Note that load testing of a pile with similar characteristics and soil conditions is required to utilize the safety factor of 2.0 selected for design. The load test must be designed to test the pile load resistance to at least 390 kips, i.e., 3 times the design load.

    3. Consider Constructability and Cost Effectiveness.

      The required embedment depth of 69 ft below grade is fairly deep, but well within the range for which CFA piles of this size can be constructed efficiently. It is possible to consider using 24-in. diameter piles of shorter length, for which a 4-pile group could be easily constructed. It is also feasible to increase the design group to a 6-pile arrangement of 18 in. piles to use shorter piles which may require a rig with less torque or crowd.

      Another constructability issue to consider is the rebar cage. The calculations for bending moments suggest that a cage needs to extend to a depth of 30 ft, which is within the range of embedment that is relatively easy to construct. Without significant tensile forces or seismic ground motions that could produce significant bending stresses at greater depth, there is no necessity to install a deeper cage. The six bar cage developed in this preliminary design step does not appear to pose a constructability problem.

      It may be noted that the great majority of the resistance of the proposed design comes from side-shear, with relatively little contribution from end-bearing resistance. Of most significance is the embedment into the stiff Pleistocene clay stratum, a point which should be made via the project documents so that the inspection team can specifically seek to verify the embedment into the Pleistocene. It generally should be possible to note a change in drilling resistance when this significantly stiffer stratum is encountered below the alluvium.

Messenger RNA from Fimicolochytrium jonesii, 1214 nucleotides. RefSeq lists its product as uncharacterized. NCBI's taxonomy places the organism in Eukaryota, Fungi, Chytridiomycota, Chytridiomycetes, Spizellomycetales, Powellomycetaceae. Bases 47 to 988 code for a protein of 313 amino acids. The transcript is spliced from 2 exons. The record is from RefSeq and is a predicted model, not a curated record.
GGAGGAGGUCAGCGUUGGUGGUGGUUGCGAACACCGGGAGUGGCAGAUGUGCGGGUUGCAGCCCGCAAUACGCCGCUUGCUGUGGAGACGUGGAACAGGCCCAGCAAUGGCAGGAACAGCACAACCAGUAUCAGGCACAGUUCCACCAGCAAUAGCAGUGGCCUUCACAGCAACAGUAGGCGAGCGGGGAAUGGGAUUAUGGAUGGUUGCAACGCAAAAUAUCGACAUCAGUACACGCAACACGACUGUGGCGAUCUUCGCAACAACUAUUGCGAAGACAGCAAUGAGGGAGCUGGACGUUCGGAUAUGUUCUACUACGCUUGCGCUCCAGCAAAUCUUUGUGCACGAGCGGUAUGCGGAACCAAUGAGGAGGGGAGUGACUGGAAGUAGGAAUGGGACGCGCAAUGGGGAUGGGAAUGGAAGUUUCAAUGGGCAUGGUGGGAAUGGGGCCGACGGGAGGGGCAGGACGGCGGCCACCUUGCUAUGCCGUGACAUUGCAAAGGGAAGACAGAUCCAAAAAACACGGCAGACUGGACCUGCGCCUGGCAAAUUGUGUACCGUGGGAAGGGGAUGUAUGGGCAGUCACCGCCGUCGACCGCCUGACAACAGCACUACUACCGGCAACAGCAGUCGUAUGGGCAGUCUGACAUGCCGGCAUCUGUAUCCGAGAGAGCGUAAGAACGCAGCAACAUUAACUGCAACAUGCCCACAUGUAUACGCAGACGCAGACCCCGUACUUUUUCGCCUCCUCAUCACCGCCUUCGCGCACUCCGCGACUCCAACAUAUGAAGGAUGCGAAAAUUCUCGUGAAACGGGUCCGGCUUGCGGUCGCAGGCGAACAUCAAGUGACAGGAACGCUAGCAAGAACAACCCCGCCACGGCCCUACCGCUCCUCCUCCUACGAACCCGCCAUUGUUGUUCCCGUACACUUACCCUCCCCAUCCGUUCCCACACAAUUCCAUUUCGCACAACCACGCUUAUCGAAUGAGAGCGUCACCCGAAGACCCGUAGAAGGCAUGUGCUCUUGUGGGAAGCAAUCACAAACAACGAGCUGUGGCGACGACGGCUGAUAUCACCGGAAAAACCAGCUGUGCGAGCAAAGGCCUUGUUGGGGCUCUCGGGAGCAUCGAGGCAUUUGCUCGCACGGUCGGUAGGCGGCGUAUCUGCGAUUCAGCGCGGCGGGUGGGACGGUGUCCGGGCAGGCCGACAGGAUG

• 6.6.4.G Pile Group Capacity. Limiting pile group capacity may be estimated using the block failure concept outlined in Section 5.5.2.1.2. This rarely controls but must be checked. A quick check can be made on the side-shear on the block in the stiff clay stratum only, without even considering the base resistance of the block. The width of the outside of the 5-pile group is 2 times the projected distance from the center pile to the center of the corner piles plus one pile diameter or:

    2 × (4.5 cos 45°) + 1.5 = 7.9 ft

    The group is embedded 69 - 29 = 40 ft into the stiff clay. Therefore, the surface area of the block resisting in side-shear is:

    4 × 7.9 × 40 = 1,264 ft2

    The average undrained shear strength within 29 and 69 ft below grade is 1.9 ksf. Therefore, the side-shear resistance on the block is:

    1,264 ft2 × 1.9 ksf = 2,402 kip.

    This resistance is substantially larger than the resistance of the 5 individual piles, indicating that block failure of the group does not control. Base resistance can be added if necessary, but this quick check is sufficient to verify the block failure does not control design.

  • 6.6.4.H Pile Group Settlements. Long-term settlements in clay soils resulting from dead load are a consideration, as these sustained loads may result in significant compression or consolidation settlement of the underlying soils. The step-by-step procedure outlined in Section 5.5.3.3 is followed for this calculation.
    1. The depth of the "equivalent footing" is approximately 2/3 of the depth within the stiff clay stratum. Because the pile extends to 69 ft below grade and the stiff clay starts at a depth of 29 ft below grade, the equivalent footing is located at:
    2. 2/3 × (69 - 29 ft) = 0.67 × 40 = 56 ft, or 27 ft into the stiff clay deposit or 56 ft below the ground surface. The side of the equivalent footing for a 5-pile group shown in Figure 6-4 is 2 × (4.5 cos 45°) + 1.5 = 7.9 ft. Because the DL/LL ratio is 2.5, the sustained dead load (SDL) is the total service load (TSL) times the ratio to the dead load of the total service load or:

      SDL = 500 × 2.5/(1+2.5) = 357 kips

      the cap weight is assumed to be = 10 × 10 × 2.5 × 0.15 = 37.5 kip

    Therefore, the total dead weight causing long-term settlement is 395 kip.

    The bearing pressure on the equivalent footing is thus 395 kip/7.92 = 6.33 ksf.